Tammy’s Tie Magic

One fine morning when there were few tag sales, we decided to hit almost every Salvation Army and Goodwill in the metro. At one particular Salvation Army, Austin was looking at coats while I perused the very top shelves above clothing that are easily accessible due to my towering stature. Suddenly, Tammy came barreling up to the front of the store with a cart, several boxes, and a crazed look in her eyes. “Come quick, to the back! Vintage ties!” Naturally, Austin and I dropped everything into our communal cart and ran with her. She had hit upon a treasure trove of vintage ties!

Vintage Tie Treasure Trove

Can you believe the variety we found? From the 1950s to 1970s, from wool to silk, this astonishing collection has a tie for almost every occasion. My husband just wore the bottom right tie to a wedding that paired well with my 1960s double-knit dress. As we were standing there in disbelief at Tammy’s discovery, more carts were brought out and more ties in their boxes were unearthed. At around $1.50 for a box with two to three ties inside, we didn’t hesitate to throw them all into our cart. Check out some of these fun boxes.

Vintage Tie Boxes

The detail in the logos are amazing and are still relevant today. Apparently lions were in.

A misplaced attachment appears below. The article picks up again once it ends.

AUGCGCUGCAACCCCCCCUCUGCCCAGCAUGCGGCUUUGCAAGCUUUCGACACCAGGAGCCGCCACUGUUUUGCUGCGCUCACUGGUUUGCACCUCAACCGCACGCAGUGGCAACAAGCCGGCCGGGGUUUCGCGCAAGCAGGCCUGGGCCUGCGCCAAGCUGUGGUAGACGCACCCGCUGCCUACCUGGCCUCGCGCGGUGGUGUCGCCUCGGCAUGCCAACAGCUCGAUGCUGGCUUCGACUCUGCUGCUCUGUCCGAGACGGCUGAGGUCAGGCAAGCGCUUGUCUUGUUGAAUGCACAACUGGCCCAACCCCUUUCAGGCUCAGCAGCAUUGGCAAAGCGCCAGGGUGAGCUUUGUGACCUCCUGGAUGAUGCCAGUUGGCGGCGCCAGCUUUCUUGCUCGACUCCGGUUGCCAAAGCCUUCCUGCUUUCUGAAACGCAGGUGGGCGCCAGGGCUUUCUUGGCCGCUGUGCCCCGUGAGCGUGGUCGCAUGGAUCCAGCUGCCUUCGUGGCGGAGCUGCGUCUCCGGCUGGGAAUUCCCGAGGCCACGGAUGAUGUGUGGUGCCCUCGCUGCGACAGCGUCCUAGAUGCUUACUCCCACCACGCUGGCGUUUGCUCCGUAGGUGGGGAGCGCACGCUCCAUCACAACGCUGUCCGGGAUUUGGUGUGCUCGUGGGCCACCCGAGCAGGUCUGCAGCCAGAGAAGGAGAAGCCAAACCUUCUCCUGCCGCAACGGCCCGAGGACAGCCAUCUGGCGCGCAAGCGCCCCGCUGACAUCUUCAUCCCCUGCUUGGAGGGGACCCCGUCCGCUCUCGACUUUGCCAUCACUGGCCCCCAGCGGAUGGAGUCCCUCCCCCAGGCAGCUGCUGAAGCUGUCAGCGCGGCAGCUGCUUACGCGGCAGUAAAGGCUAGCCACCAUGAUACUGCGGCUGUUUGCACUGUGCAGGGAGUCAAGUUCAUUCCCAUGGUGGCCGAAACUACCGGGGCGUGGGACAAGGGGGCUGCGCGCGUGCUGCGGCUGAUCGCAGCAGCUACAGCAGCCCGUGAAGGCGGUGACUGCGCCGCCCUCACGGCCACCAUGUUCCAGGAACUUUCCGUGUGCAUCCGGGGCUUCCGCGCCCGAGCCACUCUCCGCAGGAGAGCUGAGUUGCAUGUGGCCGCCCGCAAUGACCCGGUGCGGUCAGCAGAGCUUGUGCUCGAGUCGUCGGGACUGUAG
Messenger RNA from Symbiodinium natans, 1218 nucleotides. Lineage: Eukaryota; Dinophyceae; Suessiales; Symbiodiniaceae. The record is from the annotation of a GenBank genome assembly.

Marshall Field Box

When we returned home with our clutch of ties, we set to work picking ties out schoolyard style. Austin grabbed up this box with extremely fancy tissue paper. But even more remarkable were the labels on the ties.

Vintage Tie Labels

There are a few things to look for when you do find boxes upon boxes of ties:

  1. Check to see if there are any visible stains. Usually these are food stains and are pretty set by the time you find them forty years later.
  2. Look for fading. Often times the front of the ties will be a different color than the back. If this doesn’t bother you, then by all means throw it in your cart.
  3. Find signs of wear. Small holes, frayed fabric on the edges and loose seams are often small details, and if you’re in a rush they can go unnoticed.
  4. Examine the box and/or label. You can usually tell the general age of a piece from these two things alone. Labels and boxes from before the 1970s were extremely detailed and well thought out.
  5. Feel the material. After feeling up a few dozens of vintage garments, you’ll be able to tell a quality material of the past versus a flimsy material of today.

Do you have a favorite tie of the bunch? Do you meticulously take pictures of tie labels? Don’t worry, there’s no judging here.

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